SEOUL, March 8 (Korea Bizwire) – South Korea’s weighty corporations will hold their shareholders meetings starting this week, where minority stake owners and the national pension fund operator are expected to gain a bigger voice, market watchers said Sunday.
The assembly for shareholders began last month, but big-name companies, including Samsung Group and Hyundai Motor affiliates, have scheduled the meetings in the coming two weeks, mostly on Fridays that have been duly named the “super” day of shareholders. According to announcements, 738 listed firms are scheduled to hold the meetings by the end of the month.
Meaningful changes this year include the increased adoption of electronic voting for minor shareholders and the expected exercise of influence by the National Pension Service (NPS).
The electronic voting system, which allows individuals to cast their votes on management issues without being physically present at the meetings, was adopted in 2010 but not practiced widely. This year, 181 companies have adopted it, bringing the total to 260.
Dividend increases, stock splits and other issues that have to do with returns to investors could be swayed when more minor shareholders participate in the voting, watchers say.
Because the system is still in its nascent stage, companies will be watching how it affects management procedures and decisions, they say.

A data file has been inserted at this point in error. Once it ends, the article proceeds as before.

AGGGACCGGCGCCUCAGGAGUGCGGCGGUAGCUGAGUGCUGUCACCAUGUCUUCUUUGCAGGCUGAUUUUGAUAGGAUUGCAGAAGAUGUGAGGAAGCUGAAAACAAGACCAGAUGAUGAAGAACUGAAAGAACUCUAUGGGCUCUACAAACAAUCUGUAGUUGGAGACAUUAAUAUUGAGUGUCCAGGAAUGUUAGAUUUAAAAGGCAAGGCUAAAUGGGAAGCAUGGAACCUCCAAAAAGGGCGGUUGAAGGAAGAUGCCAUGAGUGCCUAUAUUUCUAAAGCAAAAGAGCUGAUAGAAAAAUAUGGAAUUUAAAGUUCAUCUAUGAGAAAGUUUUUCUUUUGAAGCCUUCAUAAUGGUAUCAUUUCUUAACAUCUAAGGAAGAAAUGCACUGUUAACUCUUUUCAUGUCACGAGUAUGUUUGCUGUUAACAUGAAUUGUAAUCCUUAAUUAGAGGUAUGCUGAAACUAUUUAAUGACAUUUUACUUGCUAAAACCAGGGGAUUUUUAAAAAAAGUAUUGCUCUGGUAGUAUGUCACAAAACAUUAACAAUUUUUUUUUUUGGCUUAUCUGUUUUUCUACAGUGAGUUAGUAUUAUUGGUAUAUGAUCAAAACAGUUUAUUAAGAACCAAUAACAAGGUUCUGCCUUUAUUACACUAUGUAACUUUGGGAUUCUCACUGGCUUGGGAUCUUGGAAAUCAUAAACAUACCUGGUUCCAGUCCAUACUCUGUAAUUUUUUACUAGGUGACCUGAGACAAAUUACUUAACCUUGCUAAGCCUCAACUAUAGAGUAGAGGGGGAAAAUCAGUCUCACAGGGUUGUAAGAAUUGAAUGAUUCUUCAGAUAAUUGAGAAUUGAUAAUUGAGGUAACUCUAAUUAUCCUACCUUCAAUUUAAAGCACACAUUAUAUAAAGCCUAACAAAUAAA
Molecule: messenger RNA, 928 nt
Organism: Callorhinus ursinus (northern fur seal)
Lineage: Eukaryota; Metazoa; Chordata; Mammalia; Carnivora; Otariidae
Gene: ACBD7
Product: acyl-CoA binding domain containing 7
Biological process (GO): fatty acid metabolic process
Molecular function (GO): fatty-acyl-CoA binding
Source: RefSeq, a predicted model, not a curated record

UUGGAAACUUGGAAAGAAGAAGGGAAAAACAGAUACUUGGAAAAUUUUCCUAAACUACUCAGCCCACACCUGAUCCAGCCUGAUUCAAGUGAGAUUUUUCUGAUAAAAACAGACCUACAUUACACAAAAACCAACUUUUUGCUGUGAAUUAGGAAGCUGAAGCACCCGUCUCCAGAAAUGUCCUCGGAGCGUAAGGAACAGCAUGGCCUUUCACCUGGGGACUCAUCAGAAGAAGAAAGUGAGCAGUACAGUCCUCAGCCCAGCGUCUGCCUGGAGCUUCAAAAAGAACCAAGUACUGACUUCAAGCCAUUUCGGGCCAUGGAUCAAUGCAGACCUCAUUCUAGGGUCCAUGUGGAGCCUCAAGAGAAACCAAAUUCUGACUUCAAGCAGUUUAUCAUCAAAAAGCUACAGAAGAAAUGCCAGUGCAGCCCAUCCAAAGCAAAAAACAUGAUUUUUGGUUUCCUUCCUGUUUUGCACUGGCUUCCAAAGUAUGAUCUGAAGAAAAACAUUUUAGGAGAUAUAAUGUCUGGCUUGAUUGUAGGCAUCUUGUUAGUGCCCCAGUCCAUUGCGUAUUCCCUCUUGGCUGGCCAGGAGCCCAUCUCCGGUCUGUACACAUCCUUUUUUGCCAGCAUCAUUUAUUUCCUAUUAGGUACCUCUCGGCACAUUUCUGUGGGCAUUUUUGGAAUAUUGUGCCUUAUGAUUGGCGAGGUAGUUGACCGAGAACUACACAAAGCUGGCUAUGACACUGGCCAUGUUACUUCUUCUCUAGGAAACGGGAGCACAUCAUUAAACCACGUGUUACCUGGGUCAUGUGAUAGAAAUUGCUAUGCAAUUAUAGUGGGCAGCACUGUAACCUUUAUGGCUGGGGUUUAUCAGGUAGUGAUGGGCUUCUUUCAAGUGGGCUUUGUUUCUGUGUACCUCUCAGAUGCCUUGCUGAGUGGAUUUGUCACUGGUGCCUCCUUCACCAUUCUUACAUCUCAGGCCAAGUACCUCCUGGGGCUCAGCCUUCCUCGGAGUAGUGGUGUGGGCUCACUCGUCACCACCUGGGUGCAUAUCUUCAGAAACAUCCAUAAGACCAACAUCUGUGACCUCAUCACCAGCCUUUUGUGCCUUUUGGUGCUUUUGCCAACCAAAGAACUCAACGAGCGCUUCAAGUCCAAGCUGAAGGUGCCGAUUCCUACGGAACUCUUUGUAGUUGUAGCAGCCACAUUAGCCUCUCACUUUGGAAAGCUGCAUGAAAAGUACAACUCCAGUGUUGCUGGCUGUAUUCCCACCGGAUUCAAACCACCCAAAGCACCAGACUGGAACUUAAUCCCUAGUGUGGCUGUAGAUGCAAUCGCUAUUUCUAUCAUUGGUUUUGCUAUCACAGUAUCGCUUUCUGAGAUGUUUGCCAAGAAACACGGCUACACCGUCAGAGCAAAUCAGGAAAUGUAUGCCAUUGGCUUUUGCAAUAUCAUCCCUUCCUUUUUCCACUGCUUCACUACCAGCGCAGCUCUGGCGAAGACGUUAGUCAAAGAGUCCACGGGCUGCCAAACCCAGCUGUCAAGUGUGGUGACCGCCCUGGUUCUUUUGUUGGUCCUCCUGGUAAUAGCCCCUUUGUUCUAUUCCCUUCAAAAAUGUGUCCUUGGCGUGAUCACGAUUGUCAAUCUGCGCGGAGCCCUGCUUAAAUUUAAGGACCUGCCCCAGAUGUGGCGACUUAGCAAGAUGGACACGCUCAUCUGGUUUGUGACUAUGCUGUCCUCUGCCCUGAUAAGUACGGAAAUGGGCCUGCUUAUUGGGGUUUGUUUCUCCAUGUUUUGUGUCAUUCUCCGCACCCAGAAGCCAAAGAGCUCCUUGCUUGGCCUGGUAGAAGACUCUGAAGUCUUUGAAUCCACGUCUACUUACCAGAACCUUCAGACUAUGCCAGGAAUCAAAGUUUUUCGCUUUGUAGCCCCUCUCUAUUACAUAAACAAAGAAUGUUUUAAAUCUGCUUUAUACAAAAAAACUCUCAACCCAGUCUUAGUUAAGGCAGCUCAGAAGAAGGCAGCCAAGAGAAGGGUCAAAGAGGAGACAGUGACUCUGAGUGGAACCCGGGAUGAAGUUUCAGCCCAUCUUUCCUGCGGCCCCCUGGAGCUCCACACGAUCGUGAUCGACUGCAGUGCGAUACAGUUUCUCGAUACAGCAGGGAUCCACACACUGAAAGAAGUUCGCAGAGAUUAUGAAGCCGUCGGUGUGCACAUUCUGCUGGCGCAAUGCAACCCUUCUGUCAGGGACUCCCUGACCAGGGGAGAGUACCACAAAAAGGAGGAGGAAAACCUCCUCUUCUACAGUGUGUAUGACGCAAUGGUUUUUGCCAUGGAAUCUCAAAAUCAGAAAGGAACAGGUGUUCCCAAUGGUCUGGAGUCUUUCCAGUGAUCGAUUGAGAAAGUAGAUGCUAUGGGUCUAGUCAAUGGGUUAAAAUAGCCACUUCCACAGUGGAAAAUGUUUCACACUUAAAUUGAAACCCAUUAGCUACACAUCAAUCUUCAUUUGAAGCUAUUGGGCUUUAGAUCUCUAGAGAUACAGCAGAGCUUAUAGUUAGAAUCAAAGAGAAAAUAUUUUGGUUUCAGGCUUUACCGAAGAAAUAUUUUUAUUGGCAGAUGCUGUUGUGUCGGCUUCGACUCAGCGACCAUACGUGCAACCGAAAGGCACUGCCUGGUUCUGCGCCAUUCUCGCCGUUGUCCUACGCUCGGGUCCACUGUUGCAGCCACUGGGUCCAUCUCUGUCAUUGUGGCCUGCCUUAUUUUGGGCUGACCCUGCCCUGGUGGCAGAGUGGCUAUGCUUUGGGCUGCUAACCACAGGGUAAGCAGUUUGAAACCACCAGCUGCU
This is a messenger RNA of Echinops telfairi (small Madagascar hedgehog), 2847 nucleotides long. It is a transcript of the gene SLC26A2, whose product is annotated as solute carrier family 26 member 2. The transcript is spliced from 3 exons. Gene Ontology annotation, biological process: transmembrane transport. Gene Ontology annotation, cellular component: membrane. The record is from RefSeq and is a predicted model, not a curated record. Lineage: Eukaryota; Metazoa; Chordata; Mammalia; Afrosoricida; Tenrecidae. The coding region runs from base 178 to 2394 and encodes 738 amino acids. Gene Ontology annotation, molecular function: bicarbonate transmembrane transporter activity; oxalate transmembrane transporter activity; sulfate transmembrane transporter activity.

The NPS, which has 55 trillion won (US$49.4 billion) invested in local stocks, has been a quiet shareholder despite the scale of its holdings. As of end-2014, the pension fund operator controlled nearly 7 percent of the country’s stocks. It has come under fire in some cases for not wielding its influence on corporate governance.
“The NPS will begin to speak out more at shareholders’ meetings starting this year,” one corporate watcher said. “But there are limitations as its operator, in effect, is the government. (The NPS), therefore, cannot be free from political influence in exercising its shareholder’s rights.”
Hyundai Motor could come under heavy scrutiny for its purchase of an expensive plot of land in Seoul late last year as well as the stake sales by the automaking group’s owner and son in affiliate Hyundai Glovis Co., a move some linked to the eventual management handover to the next generation of the owner family.
The board of directors at Korean Air Lines Co., the nation’s largest carrier, may face criticism for not properly handling the “nut rage” controversy. One of the company’s former vice presidents, Cho Hyun-ah, also the daughter of the carrier’s owner, was indicted for violating aviation safety after she had a flight return to the gate to deplane a crew member who angered her by serving nuts in an unopened bag instead of on a plate.